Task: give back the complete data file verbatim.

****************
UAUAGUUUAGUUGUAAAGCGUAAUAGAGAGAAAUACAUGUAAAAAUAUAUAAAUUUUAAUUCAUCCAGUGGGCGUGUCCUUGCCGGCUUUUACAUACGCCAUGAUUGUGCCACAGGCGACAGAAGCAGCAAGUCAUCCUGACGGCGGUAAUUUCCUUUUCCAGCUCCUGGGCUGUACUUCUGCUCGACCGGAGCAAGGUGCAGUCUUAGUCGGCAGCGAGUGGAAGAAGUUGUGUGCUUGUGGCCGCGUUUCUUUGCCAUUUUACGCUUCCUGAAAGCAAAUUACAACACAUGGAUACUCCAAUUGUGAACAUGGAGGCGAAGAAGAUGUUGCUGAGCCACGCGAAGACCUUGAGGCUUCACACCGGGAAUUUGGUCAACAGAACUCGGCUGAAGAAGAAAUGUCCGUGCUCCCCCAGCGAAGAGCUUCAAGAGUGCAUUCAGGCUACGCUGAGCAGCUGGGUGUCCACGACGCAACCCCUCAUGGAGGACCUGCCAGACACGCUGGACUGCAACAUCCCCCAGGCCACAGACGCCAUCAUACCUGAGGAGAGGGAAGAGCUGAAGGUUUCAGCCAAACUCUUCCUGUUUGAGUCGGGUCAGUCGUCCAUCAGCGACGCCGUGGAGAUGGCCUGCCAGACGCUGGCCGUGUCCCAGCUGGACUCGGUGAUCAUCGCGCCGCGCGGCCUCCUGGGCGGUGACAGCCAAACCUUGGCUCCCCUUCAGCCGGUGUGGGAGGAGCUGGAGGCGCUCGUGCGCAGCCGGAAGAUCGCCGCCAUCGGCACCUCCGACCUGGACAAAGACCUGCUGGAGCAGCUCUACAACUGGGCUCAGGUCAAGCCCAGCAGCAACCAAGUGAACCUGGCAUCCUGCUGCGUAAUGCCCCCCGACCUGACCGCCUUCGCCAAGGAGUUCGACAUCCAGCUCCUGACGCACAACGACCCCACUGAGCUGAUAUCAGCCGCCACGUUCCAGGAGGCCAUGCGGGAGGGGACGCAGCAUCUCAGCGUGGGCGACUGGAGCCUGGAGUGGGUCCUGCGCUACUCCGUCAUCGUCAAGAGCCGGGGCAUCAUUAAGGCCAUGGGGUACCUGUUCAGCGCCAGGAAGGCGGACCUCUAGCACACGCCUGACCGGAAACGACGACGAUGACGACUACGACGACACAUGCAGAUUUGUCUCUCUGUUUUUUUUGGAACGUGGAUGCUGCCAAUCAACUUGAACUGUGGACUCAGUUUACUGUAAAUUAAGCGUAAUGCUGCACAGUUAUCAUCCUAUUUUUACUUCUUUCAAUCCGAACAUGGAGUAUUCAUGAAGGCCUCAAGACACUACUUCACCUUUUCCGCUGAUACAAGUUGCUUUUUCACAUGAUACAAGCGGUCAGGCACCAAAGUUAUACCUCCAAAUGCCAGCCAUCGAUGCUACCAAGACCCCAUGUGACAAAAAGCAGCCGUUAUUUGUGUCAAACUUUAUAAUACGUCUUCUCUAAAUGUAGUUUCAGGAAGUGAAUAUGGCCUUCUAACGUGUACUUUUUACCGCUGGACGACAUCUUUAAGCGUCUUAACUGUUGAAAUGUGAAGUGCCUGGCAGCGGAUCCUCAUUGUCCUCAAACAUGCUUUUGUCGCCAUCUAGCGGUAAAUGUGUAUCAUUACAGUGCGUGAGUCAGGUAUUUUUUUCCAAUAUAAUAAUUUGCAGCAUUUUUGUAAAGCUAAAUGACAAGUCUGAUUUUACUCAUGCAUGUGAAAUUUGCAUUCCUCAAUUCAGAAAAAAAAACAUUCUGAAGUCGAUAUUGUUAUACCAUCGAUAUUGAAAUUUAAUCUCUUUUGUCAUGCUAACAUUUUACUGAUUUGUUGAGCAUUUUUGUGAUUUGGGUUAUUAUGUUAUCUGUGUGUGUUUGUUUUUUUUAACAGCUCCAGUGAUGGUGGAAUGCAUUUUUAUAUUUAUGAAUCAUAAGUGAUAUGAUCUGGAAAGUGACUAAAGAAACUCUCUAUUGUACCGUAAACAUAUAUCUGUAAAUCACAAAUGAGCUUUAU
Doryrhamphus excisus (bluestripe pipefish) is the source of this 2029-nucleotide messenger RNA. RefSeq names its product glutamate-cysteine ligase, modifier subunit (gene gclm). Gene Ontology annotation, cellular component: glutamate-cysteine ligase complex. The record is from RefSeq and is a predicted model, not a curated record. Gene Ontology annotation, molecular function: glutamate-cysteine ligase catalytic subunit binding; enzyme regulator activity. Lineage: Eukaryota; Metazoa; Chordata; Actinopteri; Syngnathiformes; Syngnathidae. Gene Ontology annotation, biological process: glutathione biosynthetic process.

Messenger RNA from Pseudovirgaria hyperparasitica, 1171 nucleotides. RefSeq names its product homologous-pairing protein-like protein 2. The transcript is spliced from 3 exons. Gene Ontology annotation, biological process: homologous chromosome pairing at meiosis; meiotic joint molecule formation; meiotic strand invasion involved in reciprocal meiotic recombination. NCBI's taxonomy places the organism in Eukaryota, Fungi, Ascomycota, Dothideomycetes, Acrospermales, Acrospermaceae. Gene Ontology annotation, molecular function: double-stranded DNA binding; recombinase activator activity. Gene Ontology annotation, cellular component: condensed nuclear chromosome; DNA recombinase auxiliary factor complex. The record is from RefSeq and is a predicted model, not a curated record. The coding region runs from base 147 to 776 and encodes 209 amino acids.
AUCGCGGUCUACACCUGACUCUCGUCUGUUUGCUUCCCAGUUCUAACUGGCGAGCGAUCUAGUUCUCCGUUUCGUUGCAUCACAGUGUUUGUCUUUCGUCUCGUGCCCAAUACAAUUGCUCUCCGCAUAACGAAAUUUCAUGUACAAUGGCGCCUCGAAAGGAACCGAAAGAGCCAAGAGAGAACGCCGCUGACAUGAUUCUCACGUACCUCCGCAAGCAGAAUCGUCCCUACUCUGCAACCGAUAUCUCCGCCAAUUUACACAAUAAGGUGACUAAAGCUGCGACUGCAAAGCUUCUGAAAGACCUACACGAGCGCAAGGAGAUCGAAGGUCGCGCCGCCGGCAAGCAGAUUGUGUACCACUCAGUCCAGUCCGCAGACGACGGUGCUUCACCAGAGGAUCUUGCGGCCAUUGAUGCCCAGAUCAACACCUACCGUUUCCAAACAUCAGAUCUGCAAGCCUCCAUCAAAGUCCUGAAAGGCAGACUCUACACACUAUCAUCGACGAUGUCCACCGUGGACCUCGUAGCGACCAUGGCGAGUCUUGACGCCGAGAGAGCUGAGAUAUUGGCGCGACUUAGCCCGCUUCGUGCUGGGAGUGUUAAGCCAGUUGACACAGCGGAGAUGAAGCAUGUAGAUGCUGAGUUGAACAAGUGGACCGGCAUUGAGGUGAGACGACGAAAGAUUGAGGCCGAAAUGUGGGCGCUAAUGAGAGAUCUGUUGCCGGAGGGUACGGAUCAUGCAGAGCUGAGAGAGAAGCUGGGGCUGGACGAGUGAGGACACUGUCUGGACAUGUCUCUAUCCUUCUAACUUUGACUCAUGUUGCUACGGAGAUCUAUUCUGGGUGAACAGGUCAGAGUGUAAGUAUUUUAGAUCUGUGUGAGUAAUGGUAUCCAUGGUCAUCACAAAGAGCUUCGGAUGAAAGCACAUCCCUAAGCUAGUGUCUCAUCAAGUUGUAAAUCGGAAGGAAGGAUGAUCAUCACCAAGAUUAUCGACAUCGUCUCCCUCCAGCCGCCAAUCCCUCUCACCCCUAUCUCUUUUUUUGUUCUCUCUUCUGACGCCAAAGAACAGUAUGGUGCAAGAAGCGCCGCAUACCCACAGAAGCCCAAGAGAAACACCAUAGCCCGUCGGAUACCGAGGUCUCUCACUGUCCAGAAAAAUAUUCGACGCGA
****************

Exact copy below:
UAUAGUUUAGUUGUAAAGCGUAAUAGAGAGAAAUACAUGUAAAAAUAUAUAAAUUUUAAUUCAUCCAGUGGGCGUGUCCUUGCCGGCUUUUACAUACGCCAUGAUUGUGCCACAGGCGACAGAAGCAGCAAGUCAUCCUGACGGCGGUAAUUUCCUUUUCCAGCUCCUGGGCUGUACUUCUGCUCGACCGGAGCAAGGUGCAGUCUUAGUCGGCAGCGAGUGGAAGAAGUUGUGUGCUUGUGGCCGCGUUUCUUUGCCAUUUUACGCUUCCUGAAAGCAAAUUACAACACAUGGAUACUCCAAUUGUGAACAUGGAGGCGAAGAAGAUGUUGCUGAGCCACGCGAAGACCUUGAGGCUUCACACCGGGAAUUUGGUCAACAGAACUCGGCUGAAGAAGAAAUGUCCGUGCUCCCCCAGCGAAGAGCUUCAAGAGUGCAUUCAGGCUACGCUGAGCAGCUGGGUGUCCACGACGCAACCCCUCAUGGAGGACCUGCCAGACACGCUGGACUGCAACAUCCCCCAGGCCACAGACGCCAUCAUACCUGAGGAGAGGGAAGAGCUGAAGGUUUCAGCCAAACUCUUCCUGUUUGAGUCGGGUCAGUCGUCCAUCAGCGACGCCGUGGAGAUGGCCUGCCAGACGCUGGCCGUGUCCCAGCUGGACUCGGUGAUCAUCGCGCCGCGCGGCCUCCUGGGCGGUGACAGCCAAACCUUGGCUCCCCUUCAGCCGGUGUGGGAGGAGCUGGAGGCGCUCGUGCGCAGCCGGAAGAUCGCCGCCAUCGGCACCUCCGACCUGGACAAAGACCUGCUGGAGCAGCUCUACAACUGGGCUCAGGUCAAGCCCAGCAGCAACCAAGUGAACCUGGCAUCCUGCUGCGUAAUGCCCCCCGACCUGACCGCCUUCGCCAAGGAGUUCGACAUCCAGCUCCUGACGCACAACGACCCCACUGAGCUGAUAUCAGCCGCCACGUUCCAGGAGGCCAUGCGGGAGGGGACGCAGCAUCUCAGCGUGGGCGACUGGAGCCUGGAGUGGGUCCUGCGCUACUCCGUCAUCGUCAAGAGCCGGGGCAUCAUUAAGGCCAUGGGGUACCUGUUCAGCGCCAGGAAGGCGGACCUCUAGCACACGCCUGACCGGAAACGACGACGAUGACGACUACGACGACACAUGCAGAUUUGUCUCUCUGUUUUUUUUGGAACGUGGAUGCUGCCAAUCAACUUGAACUGUGGACUCAGUUUACUGUAAAUUAAGCGUAAUGCUGCACAGUUAUCAUCCUAUUUUUACUUCUUUCAAUCCGAACAUGGAGUAUUCAUGAAGGCCUCAAGACACUACUUCACCUUUUCCGCUGAUACAAGUUGCUUUUUCACAUGAUACAAGCGGUCAGGCACCAAAGUUAUACCUCCAAAUGCCAGCCAUCGAUGCUACCAAGACCCCAUGUGACAAAAAGCAGCCGUUAUUUGUGUCAAACUUUAUAAUACGUCUUCUCUAAAUGUAGUUUCAGGAAGUGAAUAUGGCCUUCUAACGUGUACUUUUUACCGCUGGACGACAUCUUUAAGCGUCUUAACUGUUGAAAUGUGAAGUGCCUGGCAGCGGAUCCUCAUUGUCCUCAAACAUGCUUUUGUCGCCAUCUAGCGGUAAAUGUGUAUCAUUACAGUGCGUGAGUCAGGUAUUUUUUUCCAAUAUAAUAAUUUGCAGCAUUUUUGUAAAGCUAAAUGACAAGUCUGAUUUUACUCAUGCAUGUGAAAUUUGCAUUCCUCAAUUCAGAAAAAAAAACAUUCUGAAGUCGAUAUUGUUAUACCAUCGAUAUUGAAAUUUAAUCUCUUUUGUCAUGCUAACAUUUUACUGAUUUGUUGAGCAUUUUUGUGAUUUGGGUUAUUAUGUUAUCUGUGUGUGUUUGUUUUUUUUAACAGCUCCAGUGAUGGUGGAAUGCAUUUUUAUAUUUAUGAAUCAUAAGUGAUAUGAUCUGGAAAGUGACUAAAGAAACUCUCUAUUGUACCGUAAACAUAUAUCUGUAAAUCACAAAUGAGCUUUAU
Doryrhamphus excisus (bluestripe pipefish) is the source of this 2029-nucleotide messenger RNA. RefSeq names its product glutamate-cysteine ligase, modifier subunit (gene gclm). Gene Ontology annotation, cellular component: glutamate-cysteine ligase complex. The record is from RefSeq and is a predicted model, not a curated record. Gene Ontology annotation, molecular function: glutamate-cysteine ligase catalytic subunit binding; enzyme regulator activity. Lineage: Eukaryota; Metazoa; Chordata; Actinopteri; Syngnathiformes; Syngnathidae. Gene Ontology annotation, biological process: glutathione biosynthetic process.

Messenger RNA from Pseudovirgaria hyperparasitica, 1171 nucleotides. RefSeq names its product homologous-pairing protein-like protein 2. The transcript is spliced from 3 exons. Gene Ontology annotation, biological process: homologous chromosome pairing at meiosis; meiotic joint molecule formation; meiotic strand invasion involved in reciprocal meiotic recombination. NCBI's taxonomy places the organism in Eukaryota, Fungi, Ascomycota, Dothideomycetes, Acrospermales, Acrospermaceae. Gene Ontology annotation, molecular function: double-stranded DNA binding; recombinase activator activity. Gene Ontology annotation, cellular component: condensed nuclear chromosome; DNA recombinase auxiliary factor complex. The record is from RefSeq and is a predicted model, not a curated record. The coding region runs from base 147 to 776 and encodes 209 amino acids.
AUCGCGGUCUACACCUGACUCUCGUCUGUUUGCUUCCCAGUUCUAACUGGCGAGCGAUCUAGUUCUCCGUUUCGUUGCAUCACAGUGUUUGUCUUUCGUCUCGUGCCCAAUACAAUUGCUCUCCGCAUAACGAAAUUUCAUGUACAAUGGCGCCUCGAAAGGAACCGAAAGAGCCAAGAGAGAACGCCGCUGACAUGAUUCUCACGUACCUCCGCAAGCAGAAUCGUCCCUACUCUGCAACCGAUAUCUCCGCCAAUUUACACAAUAAGGUGACUAAAGCUGCGACUGCAAAGCUUCUGAAAGACCUACACGAGCGCAAGGAGAUCGAAGGUCGCGCCGCCGGCAAGCAGAUUGUGUACCACUCAGUCCAGUCCGCAGACGACGGUGCUUCACCAGAGGAUCUUGCGGCCAUUGAUGCCCAGAUCAACACCUACCGUUUCCAAACAUCAGAUCUGCAAGCCUCCAUCAAAGUCCUGAAAGGCAGACUCUACACACUAUCAUCGACGAUGUCCACCGUGGACCUCGUAGCGACCAUGGCGAGUCUUGACGCCGAGAGAGCUGAGAUAUUGGCGCGACUUAGCCCGCUUCGUGCUGGGAGUGUUAAGCCAGUUGACACAGCGGAGAUGAAGCAUGUAGAUGCUGAGUUGAACAAGUGGACCGGCAUUGAGGUGAGACGACGAAAGAUUGAGGCCGAAAUGUGGGCGCUAAUGAGAGAUCUGUUGCCGGAGGGUACGGAUCAUGCAGAGCUGAGAGAGAAGCUGGGGCUGGACGAGUGAGGACACUGUCUGGACAUGUCUCUAUCCUUCUAACUUUGACUCAUGUUGCUACGGAGAUCUAUUCUGGGUGAACAGGUCAGAGUGUAAGUAUUUUAGAUCUGUGUGAGUAAUGGUAUCCAUGGUCAUCACAAAGAGCUUCGGAUGAAAGCACAUCCCUAAGCUAGUGUCUCAUCAAGUUGUAAAUCGGAAGGAAGGAUGAUCAUCACCAAGAUUAUCGACAUCGUCUCCCUCCAGCCGCCAAUCCCUCUCACCCCUAUCUCUUUUUUUGUUCUCUCUUCUGACGCCAAAGAACAGUAUGGUGCAAGAAGCGCCGCAUACCCACAGAAGCCCAAGAGAAACACCAUAGCCCGUCGGAUACCGAGGUCUCUCACUGUCCAGAAAAAUAUUCGACGCGA